Designer Spotlight – Erline M. Altamira
This month we are proud to feature Erline M. Altamira, a professional in the Hospitality Design industry. Erline has had a wide range of experiences in the Design industry and she was kind enough to share a few of them candidly with us.
What is your current position/company within the hospitality industry?
Senior Interior Designer at Bishop Pass
How many years have you been practicing in this field?
Hospitality 11; High-End Residential 2; Showroom experience 6. For a total of 19 years in the industry.
Why did you choose hospitality as your design concentration?
I’ve always been drawn to design spaces that my family and friends can also experience in their time of leisure. Hotel spaces, resorts, restaurants, casinos and spas are compelling spaces; each with specific parameters that designers are required to meet. I also like the technical part of researching, utilizing new products, designing through those challenges to create aesthetically pleasing and functional spaces.
Could you summarize your education and career path and how you got to where you are?
After graduating from FIDM (ID major), I started my career as a Showroom Designer. Later I worked as an Assistant Showroom Manager for one of the largest textile distributors. My mentor at the textile company taught me the importance of documenting and the “ins and outs” of the vendor world, which later gave me the perspective of knowing how to work with vendors/manufacturers effectively.
The first interior design firm I worked for was ERGO Design, which was a very high-end residential firm. This position promoted many coordination and design detailed skills needed to cater to meticulous clients. The hospitality industry was booming when I joined Barry Design Associates two years later. The company had good people, a kind boss and prestigious international projects; it is rare to have all three. It was a great four years until the recession hit and was laid off after projects went on “hold.”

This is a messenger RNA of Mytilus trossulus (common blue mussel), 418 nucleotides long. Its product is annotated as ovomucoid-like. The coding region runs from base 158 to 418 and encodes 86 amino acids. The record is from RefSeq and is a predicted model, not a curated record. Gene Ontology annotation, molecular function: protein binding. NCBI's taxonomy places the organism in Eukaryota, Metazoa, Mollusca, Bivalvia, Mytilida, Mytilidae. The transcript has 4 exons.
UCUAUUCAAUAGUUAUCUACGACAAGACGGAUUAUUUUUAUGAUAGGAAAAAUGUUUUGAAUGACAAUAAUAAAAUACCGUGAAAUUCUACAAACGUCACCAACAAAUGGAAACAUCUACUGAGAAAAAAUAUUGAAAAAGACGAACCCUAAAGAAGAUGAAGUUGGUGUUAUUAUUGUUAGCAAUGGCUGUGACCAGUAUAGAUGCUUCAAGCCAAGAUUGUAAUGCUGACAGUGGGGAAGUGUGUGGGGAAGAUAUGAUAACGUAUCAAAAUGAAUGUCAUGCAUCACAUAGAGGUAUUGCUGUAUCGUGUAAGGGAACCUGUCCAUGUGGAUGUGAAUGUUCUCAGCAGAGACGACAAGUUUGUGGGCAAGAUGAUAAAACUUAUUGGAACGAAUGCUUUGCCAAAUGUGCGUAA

Within a month, Futura Interiors, a small hospitality firm, hired me. There each person wore multiple hats and I was able to learn the logistics of office operations. Two years later I consulted for Wilson Associates and was later hired full time. I was there almost five years while also serving two terms on the NEWH board as the Sustainable Director for the Los Angeles Founding Chapter.
I’m now with Bishop Pass and very pleased designing on their domestic and local projects. Throughout my work experience, I learned the importance of networking and connecting with peers to help each other find opportunities. Each previous work position was acquired either from word of mouth or referral from a colleague.
What characteristics does one need in order to succeed in the hospitality industry?
We need to have thick skin, networking skills and a positive attitude. There will be times when you must put your personal emotions aside and remain professional. You will need to utilize your resources/contacts and deal with difficult personalities while trying to remain respectful. Life is too short to dwell on negative thoughts.